And medicinal plants, I do not know how you could say I have spoken against medicinal plants. You could ask anybody in this country in the health sector, or anybody is saying that, and everybody says that the Health Minister is the one who is trying to propagate these medicinal plants not only nationally but also internationally. I come from a rural background, from a village in a small town, and I know their value, what these medicinal plants are doing and how this could, I could say, revive the Indian economy more because my expert says that this medicinal plant industry is going to be a five trillion dollar industry by 2045. What a potential we have! And we have the right climatic conditions in India. To grow these medicinal plants, they do not need much water; they do not need more pesticides. So, we are trying to revive that. Initially, Sir, when I took over as Minister, the medicinal plants budget was--I am not able to recollect correctly--approximately Rs.5-10 crores, but today, Sir, it is more than Rs.50-60 crores. That is not much, but, then, we are trying to do it in a big way. We are trying to coordinate with the Horticulture Mission, the Agriculture Ministry, and we have a National Medicinal Plant Board, and we are trying to expand that. Once that mechanism is put in place, then, we will give more funds to them. That is an ongoing process; we are trying to do that.

Shri Perumal spoke about HIV aids. ...(Interruptions)...

SHRIMATI BRINDA KARAT: When is the law coming, Sir?

DR. ANBUMANI RAMDOSS: Again, we have given it to the Lawyers Collective Forum. We need more discussion. There have been some tricky issues. So, we have asked them to have more consultations and give us a holistic recommendation. Once they give it, then we will decide. But the intention is clear. Once that comes, we will definitely do it. HIV/AIDS, Sir. We are now taking this as one of our important programmes. In fact, in the Common Minimum Programme itself, HIV/AIDS has also been mentioned. This shows the intention and the importance that the Government has given to this concept, how to prevent, how to reduce and ultimately how to eliminate or eradicate HIV/AIDS in this country. Sir, in 1986 we had the first case, but, today, according to our survey, there are 5.2 million estimated cases, and the UNAIDS say that you take the concept of cradle to grave. We take the vibrant age between 14 and 49. The latest estimate will be coming in a two months' time where the WHO, the UNAID and everybody is being incorporated. As for the sentinel surveillance, Sir, earlier, in 2002, there were only 649 sentinel surveillance sites where we could survey the HIV/AIDS. (Contd. by TMV/4R)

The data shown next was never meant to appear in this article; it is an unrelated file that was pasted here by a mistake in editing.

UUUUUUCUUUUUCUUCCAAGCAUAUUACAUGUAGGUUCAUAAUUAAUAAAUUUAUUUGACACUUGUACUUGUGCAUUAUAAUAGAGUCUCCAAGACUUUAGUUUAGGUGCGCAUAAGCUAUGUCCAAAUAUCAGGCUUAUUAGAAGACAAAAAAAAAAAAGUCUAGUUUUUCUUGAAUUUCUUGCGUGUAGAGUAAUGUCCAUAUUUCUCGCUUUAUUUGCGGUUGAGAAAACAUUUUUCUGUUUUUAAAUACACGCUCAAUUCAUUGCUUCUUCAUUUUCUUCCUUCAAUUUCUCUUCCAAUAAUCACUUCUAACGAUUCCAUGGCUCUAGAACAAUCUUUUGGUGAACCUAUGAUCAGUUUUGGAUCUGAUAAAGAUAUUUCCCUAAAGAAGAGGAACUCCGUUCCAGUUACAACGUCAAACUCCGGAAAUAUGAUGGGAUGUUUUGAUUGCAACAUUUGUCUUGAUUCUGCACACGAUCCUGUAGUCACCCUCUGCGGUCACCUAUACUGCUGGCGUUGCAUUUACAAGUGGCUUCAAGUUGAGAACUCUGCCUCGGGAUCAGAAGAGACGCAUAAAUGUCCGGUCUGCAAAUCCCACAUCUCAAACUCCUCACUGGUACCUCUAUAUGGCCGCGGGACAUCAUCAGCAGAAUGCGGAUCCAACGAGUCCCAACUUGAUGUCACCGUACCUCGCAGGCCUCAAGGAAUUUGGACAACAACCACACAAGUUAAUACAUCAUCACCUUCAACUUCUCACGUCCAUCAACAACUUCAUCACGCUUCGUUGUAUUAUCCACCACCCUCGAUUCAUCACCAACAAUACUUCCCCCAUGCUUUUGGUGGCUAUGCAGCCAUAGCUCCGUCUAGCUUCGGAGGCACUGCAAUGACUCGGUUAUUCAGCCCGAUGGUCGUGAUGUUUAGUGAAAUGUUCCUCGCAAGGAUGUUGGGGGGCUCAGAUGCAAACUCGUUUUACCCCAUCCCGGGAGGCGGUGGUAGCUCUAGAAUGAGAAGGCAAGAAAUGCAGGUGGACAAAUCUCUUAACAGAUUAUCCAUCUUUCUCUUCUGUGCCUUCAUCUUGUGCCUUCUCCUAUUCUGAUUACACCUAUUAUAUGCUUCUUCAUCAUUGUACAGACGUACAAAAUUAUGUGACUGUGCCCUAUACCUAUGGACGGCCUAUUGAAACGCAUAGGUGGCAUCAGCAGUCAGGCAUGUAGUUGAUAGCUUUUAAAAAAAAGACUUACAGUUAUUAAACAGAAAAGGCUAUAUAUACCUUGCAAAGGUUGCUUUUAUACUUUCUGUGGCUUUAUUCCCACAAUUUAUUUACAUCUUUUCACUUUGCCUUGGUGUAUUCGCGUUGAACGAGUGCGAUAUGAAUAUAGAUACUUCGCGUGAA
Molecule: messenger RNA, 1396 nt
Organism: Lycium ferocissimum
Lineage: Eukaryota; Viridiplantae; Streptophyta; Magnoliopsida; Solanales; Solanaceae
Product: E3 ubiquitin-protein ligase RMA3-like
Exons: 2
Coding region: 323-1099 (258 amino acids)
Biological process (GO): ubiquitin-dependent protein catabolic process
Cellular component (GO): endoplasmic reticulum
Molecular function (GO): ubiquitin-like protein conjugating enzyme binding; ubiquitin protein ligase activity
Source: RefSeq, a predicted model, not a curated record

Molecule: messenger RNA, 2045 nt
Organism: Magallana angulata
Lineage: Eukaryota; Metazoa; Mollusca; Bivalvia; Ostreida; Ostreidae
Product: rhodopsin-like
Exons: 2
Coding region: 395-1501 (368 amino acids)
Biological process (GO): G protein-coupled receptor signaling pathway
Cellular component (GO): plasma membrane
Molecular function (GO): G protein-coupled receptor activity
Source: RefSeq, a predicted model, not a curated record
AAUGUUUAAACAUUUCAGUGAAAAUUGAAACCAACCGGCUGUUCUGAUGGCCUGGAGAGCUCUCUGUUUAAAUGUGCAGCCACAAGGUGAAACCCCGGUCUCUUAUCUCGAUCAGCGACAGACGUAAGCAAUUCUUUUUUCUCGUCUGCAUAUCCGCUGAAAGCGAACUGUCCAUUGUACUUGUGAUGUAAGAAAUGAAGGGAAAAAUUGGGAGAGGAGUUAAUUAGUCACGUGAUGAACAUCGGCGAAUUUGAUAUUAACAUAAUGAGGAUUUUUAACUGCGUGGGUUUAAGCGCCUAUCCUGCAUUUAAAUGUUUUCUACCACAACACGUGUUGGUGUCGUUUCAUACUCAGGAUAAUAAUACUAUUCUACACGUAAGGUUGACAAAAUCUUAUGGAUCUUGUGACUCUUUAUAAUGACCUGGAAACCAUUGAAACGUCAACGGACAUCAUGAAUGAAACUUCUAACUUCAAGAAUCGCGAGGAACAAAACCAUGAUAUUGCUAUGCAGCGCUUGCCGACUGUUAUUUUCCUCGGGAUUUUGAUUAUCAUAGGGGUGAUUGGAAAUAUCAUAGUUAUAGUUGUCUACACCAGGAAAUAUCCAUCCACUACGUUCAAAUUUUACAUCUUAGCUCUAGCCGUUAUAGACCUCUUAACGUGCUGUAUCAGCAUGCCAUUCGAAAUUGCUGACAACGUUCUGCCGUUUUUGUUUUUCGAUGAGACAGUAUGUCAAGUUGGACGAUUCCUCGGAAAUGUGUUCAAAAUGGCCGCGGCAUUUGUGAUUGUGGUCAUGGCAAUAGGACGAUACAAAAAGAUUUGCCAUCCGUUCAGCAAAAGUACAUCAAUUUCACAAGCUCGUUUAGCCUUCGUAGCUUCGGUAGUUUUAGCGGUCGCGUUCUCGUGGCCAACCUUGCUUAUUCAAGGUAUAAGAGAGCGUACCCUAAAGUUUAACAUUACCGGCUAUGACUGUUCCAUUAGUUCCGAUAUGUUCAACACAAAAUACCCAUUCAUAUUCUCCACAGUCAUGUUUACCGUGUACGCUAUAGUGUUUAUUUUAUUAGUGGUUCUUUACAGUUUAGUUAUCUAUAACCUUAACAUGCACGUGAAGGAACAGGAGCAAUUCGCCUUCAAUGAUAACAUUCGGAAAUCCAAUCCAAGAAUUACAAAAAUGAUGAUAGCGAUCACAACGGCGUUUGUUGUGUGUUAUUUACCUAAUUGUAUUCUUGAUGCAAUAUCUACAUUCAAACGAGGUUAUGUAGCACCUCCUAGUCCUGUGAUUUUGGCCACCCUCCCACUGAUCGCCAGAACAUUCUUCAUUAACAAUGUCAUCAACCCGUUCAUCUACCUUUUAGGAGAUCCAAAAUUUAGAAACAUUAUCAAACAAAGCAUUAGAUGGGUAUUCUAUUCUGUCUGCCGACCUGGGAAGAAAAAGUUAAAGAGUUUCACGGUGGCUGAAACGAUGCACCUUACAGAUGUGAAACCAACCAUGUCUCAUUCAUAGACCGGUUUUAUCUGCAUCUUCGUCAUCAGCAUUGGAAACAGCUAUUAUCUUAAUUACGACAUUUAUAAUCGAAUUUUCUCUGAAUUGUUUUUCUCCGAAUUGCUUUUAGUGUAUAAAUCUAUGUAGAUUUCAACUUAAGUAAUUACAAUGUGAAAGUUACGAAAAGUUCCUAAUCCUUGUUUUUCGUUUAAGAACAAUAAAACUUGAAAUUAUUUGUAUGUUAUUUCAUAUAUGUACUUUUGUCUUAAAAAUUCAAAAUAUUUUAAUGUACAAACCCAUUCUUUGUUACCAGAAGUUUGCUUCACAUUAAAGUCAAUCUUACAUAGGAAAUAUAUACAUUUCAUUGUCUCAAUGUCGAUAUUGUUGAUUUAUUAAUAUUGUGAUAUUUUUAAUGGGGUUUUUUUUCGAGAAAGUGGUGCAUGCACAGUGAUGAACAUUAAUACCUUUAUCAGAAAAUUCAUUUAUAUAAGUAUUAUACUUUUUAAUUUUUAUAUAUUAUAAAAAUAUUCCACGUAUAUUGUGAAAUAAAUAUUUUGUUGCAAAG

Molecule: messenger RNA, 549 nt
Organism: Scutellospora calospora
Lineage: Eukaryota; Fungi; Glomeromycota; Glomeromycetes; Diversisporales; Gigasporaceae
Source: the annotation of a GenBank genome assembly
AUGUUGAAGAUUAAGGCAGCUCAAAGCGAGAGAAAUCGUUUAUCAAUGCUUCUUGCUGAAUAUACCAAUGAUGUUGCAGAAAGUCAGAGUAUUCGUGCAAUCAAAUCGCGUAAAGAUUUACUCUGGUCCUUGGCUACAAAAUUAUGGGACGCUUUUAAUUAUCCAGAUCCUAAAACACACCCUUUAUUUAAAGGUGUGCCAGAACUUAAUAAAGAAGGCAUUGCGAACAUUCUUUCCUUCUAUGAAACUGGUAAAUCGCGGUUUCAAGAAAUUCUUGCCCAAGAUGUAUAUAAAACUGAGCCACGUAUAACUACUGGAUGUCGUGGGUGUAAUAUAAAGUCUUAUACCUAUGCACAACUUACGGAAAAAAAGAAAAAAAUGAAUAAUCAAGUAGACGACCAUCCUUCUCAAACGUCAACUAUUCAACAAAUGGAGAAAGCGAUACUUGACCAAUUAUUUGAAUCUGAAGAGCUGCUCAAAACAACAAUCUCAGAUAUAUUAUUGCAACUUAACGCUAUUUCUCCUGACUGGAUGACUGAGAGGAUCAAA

DR. ANBUMANI RAMDOSS (CONTD.): Today, it has increased to 1162 sites. We have strengthened the STA clinics from 880 to 886. The main concept here is establishment of Integrated Counselling and Testing Centres. These are the main centres. If anybody wants to get himself tested or to get counselling after testing, he can get it done here. Before testing we would counsel him what it is. Earlier there were 1,400 centres; now we have 4132 centres all over the country. These are the main centres where people can voluntarily go. The testing is done free of cost. The counselling is done free of cost. If it is negative, fine. If it is positive, we counsel what to do further and all that. We have put in place a good mechanism or set-up. The ICTC is relating to prevention from parent to child transmission. It has gone up now from 1023 to 1870. This has again increased. If the mother is HIV positive, the child could be saved from getting HIV. So, this is a very good concept which was started again by my predecessor.